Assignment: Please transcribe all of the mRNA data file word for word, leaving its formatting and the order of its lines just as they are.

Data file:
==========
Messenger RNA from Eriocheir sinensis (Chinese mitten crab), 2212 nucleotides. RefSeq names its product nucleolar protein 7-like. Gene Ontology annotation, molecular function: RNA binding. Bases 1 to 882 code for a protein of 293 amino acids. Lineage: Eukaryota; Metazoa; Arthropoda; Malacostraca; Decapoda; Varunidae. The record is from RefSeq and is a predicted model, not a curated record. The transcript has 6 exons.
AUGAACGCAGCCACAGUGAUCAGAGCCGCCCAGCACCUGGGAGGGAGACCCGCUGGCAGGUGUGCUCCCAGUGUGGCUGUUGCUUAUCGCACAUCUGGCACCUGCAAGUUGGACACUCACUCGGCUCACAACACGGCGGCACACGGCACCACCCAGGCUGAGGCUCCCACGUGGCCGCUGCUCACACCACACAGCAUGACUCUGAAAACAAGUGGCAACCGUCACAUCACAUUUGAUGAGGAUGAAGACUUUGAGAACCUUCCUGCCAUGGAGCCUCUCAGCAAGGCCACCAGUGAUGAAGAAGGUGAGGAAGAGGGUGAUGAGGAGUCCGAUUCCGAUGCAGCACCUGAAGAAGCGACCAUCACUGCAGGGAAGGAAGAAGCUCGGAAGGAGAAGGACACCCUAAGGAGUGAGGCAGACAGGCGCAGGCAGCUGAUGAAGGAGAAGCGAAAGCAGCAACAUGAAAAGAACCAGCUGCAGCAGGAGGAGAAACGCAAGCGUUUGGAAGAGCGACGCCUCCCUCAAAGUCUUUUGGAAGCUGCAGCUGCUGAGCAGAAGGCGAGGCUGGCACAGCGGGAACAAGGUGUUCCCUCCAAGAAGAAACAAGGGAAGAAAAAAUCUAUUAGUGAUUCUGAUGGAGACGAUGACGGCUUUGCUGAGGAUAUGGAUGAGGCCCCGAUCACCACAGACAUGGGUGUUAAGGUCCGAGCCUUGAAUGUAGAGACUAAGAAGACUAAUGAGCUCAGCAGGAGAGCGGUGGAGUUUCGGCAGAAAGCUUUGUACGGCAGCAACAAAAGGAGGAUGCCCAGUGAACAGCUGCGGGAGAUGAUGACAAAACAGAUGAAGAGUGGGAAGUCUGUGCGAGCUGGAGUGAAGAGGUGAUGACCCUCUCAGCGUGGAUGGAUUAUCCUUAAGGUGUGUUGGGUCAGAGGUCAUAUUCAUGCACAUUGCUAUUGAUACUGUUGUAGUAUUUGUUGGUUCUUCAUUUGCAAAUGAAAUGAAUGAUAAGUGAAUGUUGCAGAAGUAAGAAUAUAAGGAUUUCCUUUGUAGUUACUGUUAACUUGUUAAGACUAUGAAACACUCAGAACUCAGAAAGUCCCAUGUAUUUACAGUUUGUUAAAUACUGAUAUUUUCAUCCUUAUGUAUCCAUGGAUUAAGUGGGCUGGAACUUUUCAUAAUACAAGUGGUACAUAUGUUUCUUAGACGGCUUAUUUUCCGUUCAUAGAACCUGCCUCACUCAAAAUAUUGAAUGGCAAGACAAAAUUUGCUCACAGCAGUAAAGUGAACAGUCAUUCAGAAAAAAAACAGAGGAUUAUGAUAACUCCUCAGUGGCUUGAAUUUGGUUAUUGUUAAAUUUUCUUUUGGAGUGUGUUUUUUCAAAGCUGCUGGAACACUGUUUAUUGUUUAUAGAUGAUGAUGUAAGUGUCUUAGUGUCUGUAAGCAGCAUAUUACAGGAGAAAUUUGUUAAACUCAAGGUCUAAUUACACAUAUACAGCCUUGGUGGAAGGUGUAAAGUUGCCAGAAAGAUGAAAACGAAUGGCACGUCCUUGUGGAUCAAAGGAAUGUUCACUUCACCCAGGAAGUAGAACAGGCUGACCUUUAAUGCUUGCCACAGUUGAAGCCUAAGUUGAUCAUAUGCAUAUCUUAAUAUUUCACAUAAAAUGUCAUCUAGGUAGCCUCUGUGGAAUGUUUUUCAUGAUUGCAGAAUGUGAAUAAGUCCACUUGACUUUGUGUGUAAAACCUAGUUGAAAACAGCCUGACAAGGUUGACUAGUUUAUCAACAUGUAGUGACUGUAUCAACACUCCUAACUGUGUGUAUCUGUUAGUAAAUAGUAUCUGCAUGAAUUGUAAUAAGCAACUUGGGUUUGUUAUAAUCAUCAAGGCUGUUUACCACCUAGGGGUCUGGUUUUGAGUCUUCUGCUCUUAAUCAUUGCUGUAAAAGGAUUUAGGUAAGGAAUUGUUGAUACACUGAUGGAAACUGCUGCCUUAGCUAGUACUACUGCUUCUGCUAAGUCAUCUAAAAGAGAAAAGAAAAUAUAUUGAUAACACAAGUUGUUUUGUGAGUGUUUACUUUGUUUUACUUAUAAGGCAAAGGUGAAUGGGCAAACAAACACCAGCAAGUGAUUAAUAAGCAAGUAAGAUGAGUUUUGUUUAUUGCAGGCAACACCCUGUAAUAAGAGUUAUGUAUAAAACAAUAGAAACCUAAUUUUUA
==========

Messenger RNA from Eriocheir sinensis (Chinese mitten crab), 2212 nucleotides. RefSeq names its product nucleolar protein 7-like. Gene Ontology annotation, molecular function: RNA binding. Bases 1 to 882 code for a protein of 293 amino acids. Lineage: Eukaryota; Metazoa; Arthropoda; Malacostraca; Decapoda; Varunidae. The record is from RefSeq and is a predicted model, not a curated record. The transcript has 6 exons.
AUGAACGCAGCCACAGUGAUCAGAGCCGCCCAGCACCUGGGAGGGAGACCCGCUGGCAGGUGUGCUCCCAGUGUGGCUGUUGCUUAUCGCACAUCUGGCACCUGCAAGUUGGACACUCACUCGGCUCACAACACGGCGGCACACGGCACCACCCAGGCUGAGGCUCCCACGUGGCCGCUGCUCACACCACACAGCAUGACUCUGAAAACAAGUGGCAACCGUCACAUCACAUUUGAUGAGGAUGAAGACUUUGAGAACCUUCCUGCCAUGGAGCCUCUCAGCAAGGCCACCAGUGAUGAAGAAGGUGAGGAAGAGGGUGAUGAGGAGUCCGAUUCCGAUGCAGCACCUGAAGAAGCGACCAUCACUGCAGGGAAGGAAGAAGCUCGGAAGGAGAAGGACACCCUAAGGAGUGAGGCAGACAGGCGCAGGCAGCUGAUGAAGGAGAAGCGAAAGCAGCAACAUGAAAAGAACCAGCUGCAGCAGGAGGAGAAACGCAAGCGUUUGGAAGAGCGACGCCUCCCUCAAAGUCUUUUGGAAGCUGCAGCUGCUGAGCAGAAGGCGAGGCUGGCACAGCGGGAACAAGGUGUUCCCUCCAAGAAGAAACAAGGGAAGAAAAAAUCUAUUAGUGAUUCUGAUGGAGACGAUGACGGCUUUGCUGAGGAUAUGGAUGAGGCCCCGAUCACCACAGACAUGGGUGUUAAGGUCCGAGCCUUGAAUGUAGAGACUAAGAAGACUAAUGAGCUCAGCAGGAGAGCGGUGGAGUUUCGGCAGAAAGCUUUGUACGGCAGCAACAAAAGGAGGAUGCCCAGUGAACAGCUGCGGGAGAUGAUGACAAAACAGAUGAAGAGUGGGAAGUCUGUGCGAGCUGGAGUGAAGAGGUGAUGACCCUCUCAGCGUGGAUGGAUUAUCCUUAAGGUGUGUUGGGUCAGAGGUCAUAUUCAUGCACAUUGCUAUUGAUACUGUUGUAGUAUUUGUUGGUUCUUCAUUUGCAAAUGAAAUGAAUGAUAAGUGAAUGUUGCAGAAGUAAGAAUAUAAGGAUUUCCUUUGUAGUUACUGUUAACUUGUUAAGACUAUGAAACACUCAGAACUCAGAAAGUCCCAUGUAUUUACAGUUUGUUAAAUACUGAUAUUUUCAUCCUUAUGUAUCCAUGGAUUAAGUGGGCUGGAACUUUUCAUAAUACAAGUGGUACAUAUGUUUCUUAGACGGCUUAUUUUCCGUUCAUAGAACCUGCCUCACUCAAAAUAUUGAAUGGCAAGACAAAAUUUGCUCACAGCAGUAAAGUGAACAGUCAUUCAGAAAAAAAACAGAGGAUUAUGAUAACUCCUCAGUGGCUUGAAUUUGGUUAUUGUUAAAUUUUCUUUUGGAGUGUGUUUUUUCAAAGCUGCUGGAACACUGUUUAUUGUUUAUAGAUGAUGAUGUAAGUGUCUUAGUGUCUGUAAGCAGCAUAUUACAGGAGAAAUUUGUUAAACUCAAGGUCUAAUUACACAUAUACAGCCUUGGUGGAAGGUGUAAAGUUGCCAGAAAGAUGAAAACGAAUGGCACGUCCUUGUGGAUCAAAGGAAUGUUCACUUCACCCAGGAAGUAGAACAGGCUGACCUUUAAUGCUUGCCACAGUUGAAGCCUAAGUUGAUCAUAUGCAUAUCUUAAUAUUUCACAUAAAAUGUCAUCUAGGUAGCCUCUGUGGAAUGUUUUUCAUGAUUGCAGAAUGUGAAUAAGUCCACUUGACUUUGUGUGUAAAACCUAGUUGAAAACAGCCUGACAAGGUUGACUAGUUUAUCAACAUGUAGUGACUGUAUCAACACUCCUAACUGUGUGUAUCUGUUAGUAAAUAGUAUCUGCAUGAAUUGUAAUAAGCAACUUGGGUUUGUUAUAAUCAUCAAGGCUGUUUACCACCUAGGGGUCUGGUUUUGAGUCUUCUGCUCUUAAUCAUUGCUGUAAAAGGAUUUAGGUAAGGAAUUGUUGAUACACUGAUGGAAACUGCUGCCUUAGCUAGUACUACUGCUUCUGCUAAGUCAUCUAAAAGAGAAAAGAAAAUAUAUUGAUAACACAAGUUGUUUUGUGAGUGUUUACUUUGUUUUACUUAUAAGGCAAAGGUGAAUGGGCAAACAAACACCAGCAAGUGAUUAAUAAGCAAGUAAGAUGAGUUUUGUUUAUUGCAGGCAACACCCUGUAAUAAGAGUUAUGUAUAAAACAAUAGAAACCUAAUUUUUA